. Without a dividend reinvestment plan, investors are responsible for putting their dividends to work on their own. This means manually choosing an investment route and actually processing the transaction. There is room for delay and human error here, which can cost investors money in the end.

  • New shares may be purchased at a discounted price

    . Some companies may offer reinvestment shares at a discounted price, which may come from the company’s private reserve. This can save investors money and allow them to purchase even more shares.

Disadvantages of dividend reinvestment plans

  • Shares may not be offered at the preferred price

    . With automatic dividend reinvestment, investors have no say over when new shares are purchased or at what price. In some cases, this may mean paying more for a stock than they’d like.

  • Investors may need to use that dividend income

    . Dividends are a beneficial form of passive income, which can go toward many investment efforts or even help fund retirement. If opting into a DRIP, however, investors aren’t able to access those extra funds without unenrolling.

  • It can contribute to an unbalanced portfolio

    . Over time, stock growth and reinvested dividends can shift an investment portfolio’s allocations, which could impact investment goals.

How to enroll in a dividend reinvestment plan

To enroll in a dividend reinvestment plan, investors will need to see which options are available to them.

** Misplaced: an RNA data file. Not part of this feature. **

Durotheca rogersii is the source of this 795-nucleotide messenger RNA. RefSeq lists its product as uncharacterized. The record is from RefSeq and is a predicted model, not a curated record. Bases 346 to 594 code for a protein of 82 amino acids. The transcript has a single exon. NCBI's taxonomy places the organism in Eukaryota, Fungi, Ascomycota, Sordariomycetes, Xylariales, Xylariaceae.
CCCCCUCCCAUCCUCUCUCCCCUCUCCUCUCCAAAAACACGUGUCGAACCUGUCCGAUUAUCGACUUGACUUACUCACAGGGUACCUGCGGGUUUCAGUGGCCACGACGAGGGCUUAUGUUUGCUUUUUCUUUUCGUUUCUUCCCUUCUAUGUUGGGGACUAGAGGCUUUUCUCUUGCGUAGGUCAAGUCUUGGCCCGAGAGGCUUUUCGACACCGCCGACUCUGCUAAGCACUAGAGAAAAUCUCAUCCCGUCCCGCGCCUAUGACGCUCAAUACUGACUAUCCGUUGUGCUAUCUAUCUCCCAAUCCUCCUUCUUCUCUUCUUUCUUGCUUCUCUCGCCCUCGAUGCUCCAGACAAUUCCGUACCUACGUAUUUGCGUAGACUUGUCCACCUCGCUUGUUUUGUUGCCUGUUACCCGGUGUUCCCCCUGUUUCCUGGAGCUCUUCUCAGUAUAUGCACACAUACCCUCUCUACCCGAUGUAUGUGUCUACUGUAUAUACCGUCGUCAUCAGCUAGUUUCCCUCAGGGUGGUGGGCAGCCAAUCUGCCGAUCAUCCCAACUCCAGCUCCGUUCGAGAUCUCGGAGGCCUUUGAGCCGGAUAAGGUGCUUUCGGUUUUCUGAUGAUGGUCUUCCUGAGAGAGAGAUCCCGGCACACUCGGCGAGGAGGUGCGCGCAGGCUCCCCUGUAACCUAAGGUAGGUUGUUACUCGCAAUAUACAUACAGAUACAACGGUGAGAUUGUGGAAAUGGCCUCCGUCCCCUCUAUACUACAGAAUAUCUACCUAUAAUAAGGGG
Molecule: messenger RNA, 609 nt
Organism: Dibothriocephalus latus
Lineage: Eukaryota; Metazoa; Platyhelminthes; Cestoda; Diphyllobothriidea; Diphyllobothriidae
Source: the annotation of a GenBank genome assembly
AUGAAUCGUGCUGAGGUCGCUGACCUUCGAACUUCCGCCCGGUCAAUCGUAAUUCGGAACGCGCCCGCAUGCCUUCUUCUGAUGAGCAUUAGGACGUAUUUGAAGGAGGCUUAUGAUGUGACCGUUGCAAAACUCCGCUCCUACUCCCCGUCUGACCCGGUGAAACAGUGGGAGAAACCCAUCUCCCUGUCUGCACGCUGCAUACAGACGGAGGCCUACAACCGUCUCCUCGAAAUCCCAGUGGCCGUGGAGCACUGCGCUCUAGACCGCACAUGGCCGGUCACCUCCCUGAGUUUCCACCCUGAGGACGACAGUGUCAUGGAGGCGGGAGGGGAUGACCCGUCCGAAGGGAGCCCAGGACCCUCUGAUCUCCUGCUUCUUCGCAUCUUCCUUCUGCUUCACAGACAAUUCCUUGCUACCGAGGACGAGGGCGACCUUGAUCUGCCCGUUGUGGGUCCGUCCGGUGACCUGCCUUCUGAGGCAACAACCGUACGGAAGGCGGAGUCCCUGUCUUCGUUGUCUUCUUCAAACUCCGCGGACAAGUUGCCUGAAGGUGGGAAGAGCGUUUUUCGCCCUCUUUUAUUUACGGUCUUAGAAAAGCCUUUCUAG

Though DRIPs may refer to any plan that automatically reinvests dividends, they are most often offered by publicly traded corporations and some funds. Shareholders can enroll in one of these programs to automate their dividend reinvestment by filling out a DRIP application with the company or fund, assuming that they meet all other requirements. Some DRIPs allow enrollment with as little as one share, while others may require more.

If enrolling in a DRIP through a brokerage, it can be as simple as opting in for automatic reinvestment through the firm’s website. Depending on the brokerage and even the specific shares owned, dividends may be held until full shares can be purchased or until investors build up a minimum dollar amount.

Are DRIPs taxable?

A dividend reinvestment plan isn’t an investment in and of itself. Rather, it is simply a mechanism that automates the process of reinvesting the dividends investors have already earned, in order to purchase additional shares of stock. For this reason, there isn’t a dividend reinvestment tax, per se.

That said, the dividends processed through a DRIP may be taxed in a few different ways, depending on:

  • The company itself
  • How long the investor has held the stock
  • The investor’s taxable income

Dividends may be qualified or unqualified, also known as ordinary. Ordinary dividends are taxed as ordinary income at investors’ normal tax rate.

Qualified dividends are offered by eligible US-based and foreign corporations to investors who meet holding period requirements. These dividends are taxed at either 0%, 15%, or 20%, depending on the investor’s overall taxable income for that year.

The bottom line

With a dividend reinvestment plan, or DRIP, investors may automatically put their dividends to work by purchasing new shares of stock. This hands-off process may compound investors’ wealth-building efforts—by regularly buying additional shares of stock—and help amplify future earnings and passive income.

DRIPs are offered by many publicly-traded corporations, funds, and brokerage platforms, and may allow investors to buy either full or fractional shares of stock. Opting into a dividend reinvestment plan depends on each investors’ financial strategy, the stocks owned, and their plans for passive income.